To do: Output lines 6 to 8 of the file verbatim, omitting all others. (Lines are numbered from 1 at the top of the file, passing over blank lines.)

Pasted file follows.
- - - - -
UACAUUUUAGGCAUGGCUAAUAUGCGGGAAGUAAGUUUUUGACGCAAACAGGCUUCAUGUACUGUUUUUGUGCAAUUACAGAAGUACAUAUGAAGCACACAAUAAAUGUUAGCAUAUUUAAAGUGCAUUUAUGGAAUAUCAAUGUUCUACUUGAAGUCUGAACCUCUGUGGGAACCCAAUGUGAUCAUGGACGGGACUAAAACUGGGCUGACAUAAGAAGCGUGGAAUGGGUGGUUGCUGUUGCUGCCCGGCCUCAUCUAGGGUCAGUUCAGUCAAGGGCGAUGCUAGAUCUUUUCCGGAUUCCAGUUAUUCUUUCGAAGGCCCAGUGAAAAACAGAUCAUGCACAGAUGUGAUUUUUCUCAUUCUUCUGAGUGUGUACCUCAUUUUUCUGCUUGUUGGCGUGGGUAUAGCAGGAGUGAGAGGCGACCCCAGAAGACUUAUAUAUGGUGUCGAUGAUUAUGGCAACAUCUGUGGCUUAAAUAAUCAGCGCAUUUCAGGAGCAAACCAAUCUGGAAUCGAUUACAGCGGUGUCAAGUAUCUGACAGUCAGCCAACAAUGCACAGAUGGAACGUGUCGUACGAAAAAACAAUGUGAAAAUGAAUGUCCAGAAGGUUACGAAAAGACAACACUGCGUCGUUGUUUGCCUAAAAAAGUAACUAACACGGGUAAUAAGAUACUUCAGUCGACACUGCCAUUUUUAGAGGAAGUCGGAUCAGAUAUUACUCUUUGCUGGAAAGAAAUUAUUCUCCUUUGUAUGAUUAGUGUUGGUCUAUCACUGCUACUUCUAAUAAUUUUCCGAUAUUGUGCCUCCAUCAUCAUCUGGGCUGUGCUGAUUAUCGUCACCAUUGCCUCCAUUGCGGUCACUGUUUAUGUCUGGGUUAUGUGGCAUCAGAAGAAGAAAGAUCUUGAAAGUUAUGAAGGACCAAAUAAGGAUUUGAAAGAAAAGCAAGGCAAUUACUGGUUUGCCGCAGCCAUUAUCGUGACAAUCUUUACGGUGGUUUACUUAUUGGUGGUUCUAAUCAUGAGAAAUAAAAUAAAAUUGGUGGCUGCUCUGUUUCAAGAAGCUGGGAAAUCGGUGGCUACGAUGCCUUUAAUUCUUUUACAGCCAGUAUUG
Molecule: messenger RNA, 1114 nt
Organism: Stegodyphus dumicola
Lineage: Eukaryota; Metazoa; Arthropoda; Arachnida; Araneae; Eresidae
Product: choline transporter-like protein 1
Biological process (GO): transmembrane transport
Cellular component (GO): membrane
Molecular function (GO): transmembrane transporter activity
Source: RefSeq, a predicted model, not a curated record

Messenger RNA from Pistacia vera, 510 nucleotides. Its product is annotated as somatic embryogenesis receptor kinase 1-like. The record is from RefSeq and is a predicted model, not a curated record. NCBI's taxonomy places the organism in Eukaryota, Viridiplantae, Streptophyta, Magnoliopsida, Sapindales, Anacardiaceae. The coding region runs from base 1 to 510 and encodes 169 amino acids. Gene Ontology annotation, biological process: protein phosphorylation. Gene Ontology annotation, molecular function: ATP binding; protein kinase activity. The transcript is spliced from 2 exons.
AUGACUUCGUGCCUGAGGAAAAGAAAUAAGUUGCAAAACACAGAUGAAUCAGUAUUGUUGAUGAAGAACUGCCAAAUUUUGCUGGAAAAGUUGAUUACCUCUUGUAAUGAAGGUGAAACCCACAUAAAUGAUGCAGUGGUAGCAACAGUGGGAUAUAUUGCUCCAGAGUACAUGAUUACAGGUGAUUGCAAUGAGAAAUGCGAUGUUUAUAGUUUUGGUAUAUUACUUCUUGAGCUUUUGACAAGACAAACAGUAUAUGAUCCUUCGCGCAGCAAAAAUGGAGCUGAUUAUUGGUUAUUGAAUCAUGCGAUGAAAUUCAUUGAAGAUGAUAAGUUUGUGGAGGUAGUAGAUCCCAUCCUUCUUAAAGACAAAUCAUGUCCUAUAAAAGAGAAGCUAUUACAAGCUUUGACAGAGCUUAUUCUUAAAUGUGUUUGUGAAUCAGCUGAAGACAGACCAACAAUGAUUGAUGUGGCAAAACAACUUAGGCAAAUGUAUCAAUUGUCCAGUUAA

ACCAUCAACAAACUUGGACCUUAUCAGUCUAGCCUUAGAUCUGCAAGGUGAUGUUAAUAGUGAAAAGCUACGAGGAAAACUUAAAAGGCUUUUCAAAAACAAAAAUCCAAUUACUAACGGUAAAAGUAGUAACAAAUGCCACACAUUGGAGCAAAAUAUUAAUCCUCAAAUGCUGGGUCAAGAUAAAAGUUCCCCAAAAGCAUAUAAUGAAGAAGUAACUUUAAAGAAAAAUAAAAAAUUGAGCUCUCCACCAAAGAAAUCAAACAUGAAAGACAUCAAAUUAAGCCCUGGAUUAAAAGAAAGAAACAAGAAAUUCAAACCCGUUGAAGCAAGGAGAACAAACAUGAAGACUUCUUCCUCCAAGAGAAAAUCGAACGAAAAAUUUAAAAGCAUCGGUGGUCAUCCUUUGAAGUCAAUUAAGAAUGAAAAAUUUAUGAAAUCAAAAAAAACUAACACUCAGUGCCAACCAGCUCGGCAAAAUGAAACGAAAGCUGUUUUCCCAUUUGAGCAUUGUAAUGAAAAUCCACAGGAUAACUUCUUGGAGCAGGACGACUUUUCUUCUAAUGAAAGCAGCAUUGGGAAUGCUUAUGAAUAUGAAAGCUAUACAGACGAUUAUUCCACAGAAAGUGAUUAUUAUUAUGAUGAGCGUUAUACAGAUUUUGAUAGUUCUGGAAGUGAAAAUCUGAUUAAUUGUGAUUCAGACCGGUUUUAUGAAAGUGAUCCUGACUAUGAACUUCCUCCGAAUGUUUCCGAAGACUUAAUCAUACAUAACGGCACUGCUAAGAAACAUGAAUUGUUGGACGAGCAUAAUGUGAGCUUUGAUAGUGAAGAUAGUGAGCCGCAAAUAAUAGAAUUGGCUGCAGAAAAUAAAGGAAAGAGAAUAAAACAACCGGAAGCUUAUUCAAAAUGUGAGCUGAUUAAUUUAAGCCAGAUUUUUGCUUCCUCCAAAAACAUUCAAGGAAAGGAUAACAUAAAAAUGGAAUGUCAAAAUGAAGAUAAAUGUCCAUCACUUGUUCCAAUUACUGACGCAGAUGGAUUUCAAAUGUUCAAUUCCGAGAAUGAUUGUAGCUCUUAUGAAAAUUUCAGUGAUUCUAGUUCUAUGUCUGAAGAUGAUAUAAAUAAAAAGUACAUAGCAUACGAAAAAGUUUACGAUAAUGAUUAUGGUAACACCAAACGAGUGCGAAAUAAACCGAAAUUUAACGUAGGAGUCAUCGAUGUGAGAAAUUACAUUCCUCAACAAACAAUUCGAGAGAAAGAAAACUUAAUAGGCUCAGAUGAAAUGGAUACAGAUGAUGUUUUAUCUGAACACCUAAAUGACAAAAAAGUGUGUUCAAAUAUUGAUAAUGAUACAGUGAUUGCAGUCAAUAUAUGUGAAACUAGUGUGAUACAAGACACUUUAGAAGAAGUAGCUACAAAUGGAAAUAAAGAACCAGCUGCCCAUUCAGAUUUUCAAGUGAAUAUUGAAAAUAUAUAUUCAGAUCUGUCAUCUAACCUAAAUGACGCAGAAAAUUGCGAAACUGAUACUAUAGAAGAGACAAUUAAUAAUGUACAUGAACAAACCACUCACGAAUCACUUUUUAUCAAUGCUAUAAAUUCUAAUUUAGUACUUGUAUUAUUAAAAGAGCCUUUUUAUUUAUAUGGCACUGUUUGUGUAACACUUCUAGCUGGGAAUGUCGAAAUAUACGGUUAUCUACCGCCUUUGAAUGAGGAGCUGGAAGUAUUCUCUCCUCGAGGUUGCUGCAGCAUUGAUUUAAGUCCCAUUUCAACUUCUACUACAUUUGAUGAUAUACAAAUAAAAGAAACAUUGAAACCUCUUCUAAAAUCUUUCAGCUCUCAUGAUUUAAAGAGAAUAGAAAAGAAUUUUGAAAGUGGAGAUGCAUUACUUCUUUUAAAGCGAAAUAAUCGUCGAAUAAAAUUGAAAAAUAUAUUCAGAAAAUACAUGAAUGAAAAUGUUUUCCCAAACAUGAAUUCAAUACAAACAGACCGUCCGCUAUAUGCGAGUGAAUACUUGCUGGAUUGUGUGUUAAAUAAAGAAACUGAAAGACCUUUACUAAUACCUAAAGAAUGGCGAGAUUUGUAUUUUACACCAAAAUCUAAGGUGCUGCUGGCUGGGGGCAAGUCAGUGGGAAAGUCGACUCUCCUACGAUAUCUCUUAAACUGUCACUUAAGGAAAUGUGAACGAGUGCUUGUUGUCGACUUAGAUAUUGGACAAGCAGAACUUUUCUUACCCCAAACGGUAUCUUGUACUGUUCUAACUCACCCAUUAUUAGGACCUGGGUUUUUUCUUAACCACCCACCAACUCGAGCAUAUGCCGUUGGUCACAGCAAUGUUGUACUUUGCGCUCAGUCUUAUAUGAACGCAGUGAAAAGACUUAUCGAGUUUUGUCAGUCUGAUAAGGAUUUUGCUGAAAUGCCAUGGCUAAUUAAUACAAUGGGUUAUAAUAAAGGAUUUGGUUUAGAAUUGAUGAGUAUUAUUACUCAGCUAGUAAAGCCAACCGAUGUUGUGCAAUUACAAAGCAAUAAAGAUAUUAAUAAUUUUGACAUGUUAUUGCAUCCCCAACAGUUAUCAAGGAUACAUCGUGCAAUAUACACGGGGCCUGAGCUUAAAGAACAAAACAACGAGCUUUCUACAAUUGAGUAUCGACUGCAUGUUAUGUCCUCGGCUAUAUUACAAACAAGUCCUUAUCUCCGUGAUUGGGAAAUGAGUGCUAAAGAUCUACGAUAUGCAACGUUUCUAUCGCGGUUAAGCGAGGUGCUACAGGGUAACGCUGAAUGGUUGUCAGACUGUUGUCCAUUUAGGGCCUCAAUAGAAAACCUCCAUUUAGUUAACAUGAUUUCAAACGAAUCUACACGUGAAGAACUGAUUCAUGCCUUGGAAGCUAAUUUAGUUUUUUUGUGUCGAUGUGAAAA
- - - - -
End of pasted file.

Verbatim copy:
Biological process (GO): transmembrane transport
Cellular component (GO): membrane
Molecular function (GO): transmembrane transporter activity